Museum of Natural and Cultural History unveils historical archaeology exhibit

EUGENE, Ore. — (Jan. 14, 2013) — The Museum of Natural and Cultural History at the University of Oregon has a new exhibition called "Site Seeing: Snapshots of Historical Archaeology in Oregon." The exhibition, which opened Jan. 18 and features artifacts from recent excavations by museum archaeologists, will run through Dec. 31.

Museum crew that worked the John Day siteThe exhibit's opening reception, which is open to the public, is set for 6-8 p.m. on Friday, Jan. 25, at the museum, 1680 E. 15th Ave.

Most of the materials featured in the exhibit have never been on public display. They come from five historical sites around the state, including a 19th-century Klamath homestead in Eastern Oregon, a pioneer cemetery uncovered during construction of PeaceHealth's RiverBend Hospital, an outhouse in a working-class Portland neighborhood, and sites in Jacksonville and John Day that reveal clues about Chinese immigrant experiences in Oregon during the Gold Rush years.

Working class Portland neighborhood in 1890sHistorical archaeology is defined as the study of cultures with written records, and it uses physical evidence like artifacts to better understand these cultures.

Thomas Connolly, the museum's director of archaeological research and curator of the new exhibit, notes that "historical archaeology's attention to artifacts — the products of human behavior — reveals the lives of people who may have been overlooked by history, and it can expose social history on a human level that can’t be found in documents alone."

Alongside its focus on physical evidence, historical archaeology uses census data, newspaper articles, maps, photographs and other documents to understand the human past. "Site Seeing" will allow visitors to assume the role of the historical archaeologist, handling a variety of artifacts and interpreting them using both written records and comparisons to other artifacts.

The exhibition also will include a mystery area where visitors can examine unidentified artifacts and provide input on what the objects might be. "This kind of activity opens a needed dialogue,” says Ann Craig, the museum's associate director of public programs. "It invites community members to add their expertise to our research."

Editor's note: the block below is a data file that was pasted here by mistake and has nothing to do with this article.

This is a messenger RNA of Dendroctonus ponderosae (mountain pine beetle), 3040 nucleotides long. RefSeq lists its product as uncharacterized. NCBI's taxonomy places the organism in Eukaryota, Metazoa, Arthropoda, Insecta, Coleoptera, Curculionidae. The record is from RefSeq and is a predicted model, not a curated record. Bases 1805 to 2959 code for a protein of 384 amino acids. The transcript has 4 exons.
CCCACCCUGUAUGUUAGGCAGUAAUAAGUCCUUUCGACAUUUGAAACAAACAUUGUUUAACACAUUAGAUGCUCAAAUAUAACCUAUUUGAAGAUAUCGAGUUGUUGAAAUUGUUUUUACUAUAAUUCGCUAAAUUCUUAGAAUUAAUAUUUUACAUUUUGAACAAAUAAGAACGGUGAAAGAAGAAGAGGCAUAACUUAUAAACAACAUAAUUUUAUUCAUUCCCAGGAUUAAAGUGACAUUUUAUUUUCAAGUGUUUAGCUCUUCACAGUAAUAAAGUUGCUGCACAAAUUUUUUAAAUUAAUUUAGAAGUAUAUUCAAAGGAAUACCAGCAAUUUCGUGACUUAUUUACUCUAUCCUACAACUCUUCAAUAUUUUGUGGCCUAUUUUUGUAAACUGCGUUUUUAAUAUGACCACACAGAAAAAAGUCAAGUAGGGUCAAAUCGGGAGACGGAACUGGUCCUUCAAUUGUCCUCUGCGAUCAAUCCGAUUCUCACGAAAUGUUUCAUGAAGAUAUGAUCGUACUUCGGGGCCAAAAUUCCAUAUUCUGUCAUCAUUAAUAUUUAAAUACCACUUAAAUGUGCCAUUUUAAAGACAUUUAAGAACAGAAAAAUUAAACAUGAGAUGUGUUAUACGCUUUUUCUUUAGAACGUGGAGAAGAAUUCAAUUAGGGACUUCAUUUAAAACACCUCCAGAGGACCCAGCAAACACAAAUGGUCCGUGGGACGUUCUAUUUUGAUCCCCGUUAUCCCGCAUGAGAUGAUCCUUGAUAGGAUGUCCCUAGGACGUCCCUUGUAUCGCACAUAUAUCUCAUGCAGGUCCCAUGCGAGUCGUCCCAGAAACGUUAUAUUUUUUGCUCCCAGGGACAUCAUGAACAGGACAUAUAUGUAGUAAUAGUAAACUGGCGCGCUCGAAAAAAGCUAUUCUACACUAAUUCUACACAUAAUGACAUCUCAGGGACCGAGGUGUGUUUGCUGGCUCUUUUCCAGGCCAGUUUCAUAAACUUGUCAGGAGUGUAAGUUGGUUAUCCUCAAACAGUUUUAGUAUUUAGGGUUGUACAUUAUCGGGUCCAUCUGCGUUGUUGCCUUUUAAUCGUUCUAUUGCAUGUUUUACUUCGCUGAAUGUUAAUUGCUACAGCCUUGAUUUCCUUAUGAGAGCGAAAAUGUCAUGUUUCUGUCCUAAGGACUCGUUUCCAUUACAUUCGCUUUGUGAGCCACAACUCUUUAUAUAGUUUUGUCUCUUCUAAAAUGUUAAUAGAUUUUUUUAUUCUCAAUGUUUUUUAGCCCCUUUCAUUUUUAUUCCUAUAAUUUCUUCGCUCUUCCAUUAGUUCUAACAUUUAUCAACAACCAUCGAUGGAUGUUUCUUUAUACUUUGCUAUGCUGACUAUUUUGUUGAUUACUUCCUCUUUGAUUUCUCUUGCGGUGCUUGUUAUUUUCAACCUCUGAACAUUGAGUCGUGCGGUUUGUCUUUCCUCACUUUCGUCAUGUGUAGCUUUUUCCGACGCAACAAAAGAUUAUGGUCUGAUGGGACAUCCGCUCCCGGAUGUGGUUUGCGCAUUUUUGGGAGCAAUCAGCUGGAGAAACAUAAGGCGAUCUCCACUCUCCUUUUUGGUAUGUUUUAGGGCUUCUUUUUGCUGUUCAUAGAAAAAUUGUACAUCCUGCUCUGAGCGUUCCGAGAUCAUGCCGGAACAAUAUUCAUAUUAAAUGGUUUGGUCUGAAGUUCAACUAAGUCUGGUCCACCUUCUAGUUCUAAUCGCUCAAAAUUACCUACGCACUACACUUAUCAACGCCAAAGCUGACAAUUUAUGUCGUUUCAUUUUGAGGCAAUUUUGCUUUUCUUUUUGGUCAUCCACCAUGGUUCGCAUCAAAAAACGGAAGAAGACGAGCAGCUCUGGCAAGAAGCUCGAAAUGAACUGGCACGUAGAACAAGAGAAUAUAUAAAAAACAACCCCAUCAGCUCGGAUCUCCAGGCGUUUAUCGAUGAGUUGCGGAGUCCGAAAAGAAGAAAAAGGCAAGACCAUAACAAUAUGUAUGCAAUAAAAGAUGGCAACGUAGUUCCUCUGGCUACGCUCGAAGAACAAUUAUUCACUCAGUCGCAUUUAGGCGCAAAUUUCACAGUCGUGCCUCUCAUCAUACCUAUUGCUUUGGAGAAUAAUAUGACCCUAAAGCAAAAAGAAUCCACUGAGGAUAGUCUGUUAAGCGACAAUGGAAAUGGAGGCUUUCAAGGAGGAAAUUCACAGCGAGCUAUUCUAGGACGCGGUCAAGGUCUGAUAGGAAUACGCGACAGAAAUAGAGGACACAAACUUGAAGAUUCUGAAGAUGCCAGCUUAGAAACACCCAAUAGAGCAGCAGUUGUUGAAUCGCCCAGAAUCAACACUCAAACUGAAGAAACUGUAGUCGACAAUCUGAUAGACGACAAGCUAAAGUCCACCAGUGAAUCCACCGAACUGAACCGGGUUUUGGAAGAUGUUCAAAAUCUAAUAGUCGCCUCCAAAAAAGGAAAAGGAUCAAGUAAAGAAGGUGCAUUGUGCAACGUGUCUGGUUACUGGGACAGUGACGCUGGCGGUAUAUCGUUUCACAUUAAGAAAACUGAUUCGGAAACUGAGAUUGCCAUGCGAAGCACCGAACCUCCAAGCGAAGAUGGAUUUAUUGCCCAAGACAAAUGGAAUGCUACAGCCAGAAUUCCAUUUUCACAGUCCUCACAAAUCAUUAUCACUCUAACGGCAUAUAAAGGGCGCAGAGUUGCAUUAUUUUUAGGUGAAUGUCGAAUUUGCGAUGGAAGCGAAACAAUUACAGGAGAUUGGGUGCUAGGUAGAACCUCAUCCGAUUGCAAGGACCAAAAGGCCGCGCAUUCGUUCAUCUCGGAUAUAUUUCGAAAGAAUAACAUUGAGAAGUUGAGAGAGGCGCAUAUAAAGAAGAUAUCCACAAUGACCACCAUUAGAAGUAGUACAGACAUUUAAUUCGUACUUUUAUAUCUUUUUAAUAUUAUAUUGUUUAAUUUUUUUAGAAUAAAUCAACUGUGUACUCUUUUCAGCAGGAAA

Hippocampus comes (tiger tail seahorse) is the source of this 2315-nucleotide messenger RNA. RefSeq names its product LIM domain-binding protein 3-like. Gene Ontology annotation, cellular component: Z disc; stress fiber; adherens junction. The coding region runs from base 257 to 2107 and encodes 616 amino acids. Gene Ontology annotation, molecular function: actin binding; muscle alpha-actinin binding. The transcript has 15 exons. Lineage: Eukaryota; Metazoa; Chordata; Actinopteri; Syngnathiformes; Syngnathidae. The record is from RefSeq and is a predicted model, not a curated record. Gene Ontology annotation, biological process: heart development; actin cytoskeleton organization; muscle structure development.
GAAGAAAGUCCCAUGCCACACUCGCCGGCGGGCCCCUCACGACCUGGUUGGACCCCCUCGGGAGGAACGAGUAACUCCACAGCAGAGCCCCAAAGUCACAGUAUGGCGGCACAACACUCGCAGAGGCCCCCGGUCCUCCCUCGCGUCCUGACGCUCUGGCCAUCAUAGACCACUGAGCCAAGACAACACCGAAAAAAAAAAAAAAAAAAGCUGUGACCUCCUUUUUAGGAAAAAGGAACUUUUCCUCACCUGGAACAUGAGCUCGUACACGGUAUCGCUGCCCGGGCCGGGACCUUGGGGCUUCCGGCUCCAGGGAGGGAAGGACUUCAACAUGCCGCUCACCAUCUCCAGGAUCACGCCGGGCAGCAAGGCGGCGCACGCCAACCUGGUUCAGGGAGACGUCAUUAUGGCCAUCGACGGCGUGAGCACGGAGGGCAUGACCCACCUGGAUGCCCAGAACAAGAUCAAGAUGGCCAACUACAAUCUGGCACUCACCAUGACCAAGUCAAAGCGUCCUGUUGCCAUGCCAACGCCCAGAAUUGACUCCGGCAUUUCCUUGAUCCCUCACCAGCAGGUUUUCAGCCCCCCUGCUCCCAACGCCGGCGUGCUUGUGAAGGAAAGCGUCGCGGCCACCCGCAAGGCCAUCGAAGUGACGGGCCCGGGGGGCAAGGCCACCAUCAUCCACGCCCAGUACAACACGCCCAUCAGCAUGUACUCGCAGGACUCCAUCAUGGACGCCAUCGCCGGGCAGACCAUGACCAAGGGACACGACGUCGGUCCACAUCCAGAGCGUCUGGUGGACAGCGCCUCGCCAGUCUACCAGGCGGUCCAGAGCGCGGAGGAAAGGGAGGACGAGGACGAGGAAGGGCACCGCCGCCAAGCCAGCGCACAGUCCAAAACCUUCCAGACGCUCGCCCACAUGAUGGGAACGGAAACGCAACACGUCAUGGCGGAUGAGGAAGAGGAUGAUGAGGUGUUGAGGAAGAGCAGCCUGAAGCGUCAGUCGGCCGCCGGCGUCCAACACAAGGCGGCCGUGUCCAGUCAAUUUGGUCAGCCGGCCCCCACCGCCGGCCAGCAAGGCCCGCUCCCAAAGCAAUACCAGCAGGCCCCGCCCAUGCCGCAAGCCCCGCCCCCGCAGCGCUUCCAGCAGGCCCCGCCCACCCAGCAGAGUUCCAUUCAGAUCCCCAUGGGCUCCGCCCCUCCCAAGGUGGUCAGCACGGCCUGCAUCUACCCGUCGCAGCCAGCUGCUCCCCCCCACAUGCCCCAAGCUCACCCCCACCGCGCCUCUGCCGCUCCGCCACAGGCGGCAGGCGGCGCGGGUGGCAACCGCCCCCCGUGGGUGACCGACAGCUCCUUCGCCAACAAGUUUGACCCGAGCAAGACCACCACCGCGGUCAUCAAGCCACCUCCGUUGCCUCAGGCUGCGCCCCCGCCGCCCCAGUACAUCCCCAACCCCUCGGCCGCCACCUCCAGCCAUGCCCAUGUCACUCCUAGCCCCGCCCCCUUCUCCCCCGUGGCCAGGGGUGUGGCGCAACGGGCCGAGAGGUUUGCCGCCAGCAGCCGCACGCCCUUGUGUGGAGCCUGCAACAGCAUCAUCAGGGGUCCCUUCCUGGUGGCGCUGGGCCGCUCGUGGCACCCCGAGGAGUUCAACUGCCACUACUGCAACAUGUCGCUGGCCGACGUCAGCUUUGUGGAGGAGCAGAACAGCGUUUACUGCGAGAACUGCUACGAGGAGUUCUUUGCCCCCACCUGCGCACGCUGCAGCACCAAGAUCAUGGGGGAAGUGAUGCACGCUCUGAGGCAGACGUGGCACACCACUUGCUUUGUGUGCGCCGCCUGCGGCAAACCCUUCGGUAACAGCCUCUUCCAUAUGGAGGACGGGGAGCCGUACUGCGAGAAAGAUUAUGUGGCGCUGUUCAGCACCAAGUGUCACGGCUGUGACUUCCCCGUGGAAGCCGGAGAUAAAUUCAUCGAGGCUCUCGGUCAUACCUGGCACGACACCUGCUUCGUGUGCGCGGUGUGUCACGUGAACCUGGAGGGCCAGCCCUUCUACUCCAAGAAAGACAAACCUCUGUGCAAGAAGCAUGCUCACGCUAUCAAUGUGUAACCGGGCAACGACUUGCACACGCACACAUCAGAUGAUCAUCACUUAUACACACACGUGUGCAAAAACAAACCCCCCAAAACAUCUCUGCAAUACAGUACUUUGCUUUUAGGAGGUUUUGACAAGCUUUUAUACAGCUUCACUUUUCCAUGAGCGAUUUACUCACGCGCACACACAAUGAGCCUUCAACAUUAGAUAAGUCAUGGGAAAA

Other interactive displays will focus on the diets of the people who originally used the featured sites. In one area, children will be able to develop recipes using replicas of the various foods found at the sites. In another, visitors will identify seeds excavated from the sites by matching them to specific fruits.

Six archaeologists who collaborated with Connolly on the excavations also are featured in the exhibit: Jaime Dexter, Elizabeth Kallenbach, Patrick O’Grady, Chelsea Rose, Christopher Ruiz and Julie Schablitsky. Visitors will have the opportunity to meet them at the Jan. 25 reception.

"It will be a great opportunity for the public to engage directly with the museum's archaeologists," says Craig, "and the exhibition itself is a behind-the-scenes view into their research activities."

About the Museum of Natural and Cultural History
The UO Museum of Natural and Cultural History is open Wednesday through Sunday from 11 a.m. to 5 p.m. Admission is $3 for adults, $2 for seniors and youths ages 17 and under, and $8 for families (two adults and up to four youths). Museum members are admitted free. Admission is free to the public on Wednesdays. Guided tours are offered each Friday at 1:00 p.m. and 3:00 p.m.

Media Contact:
Kristin Strommer, communications & marketing specialist, Museum of Natural and Cultural History, kstromme@uoregon.edu, 541-346-5083.

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Gallery

Child weaving a basket on Klamath Reservation
Museum crew that worked the John Day site
Working class Portland neighborhood in 1890s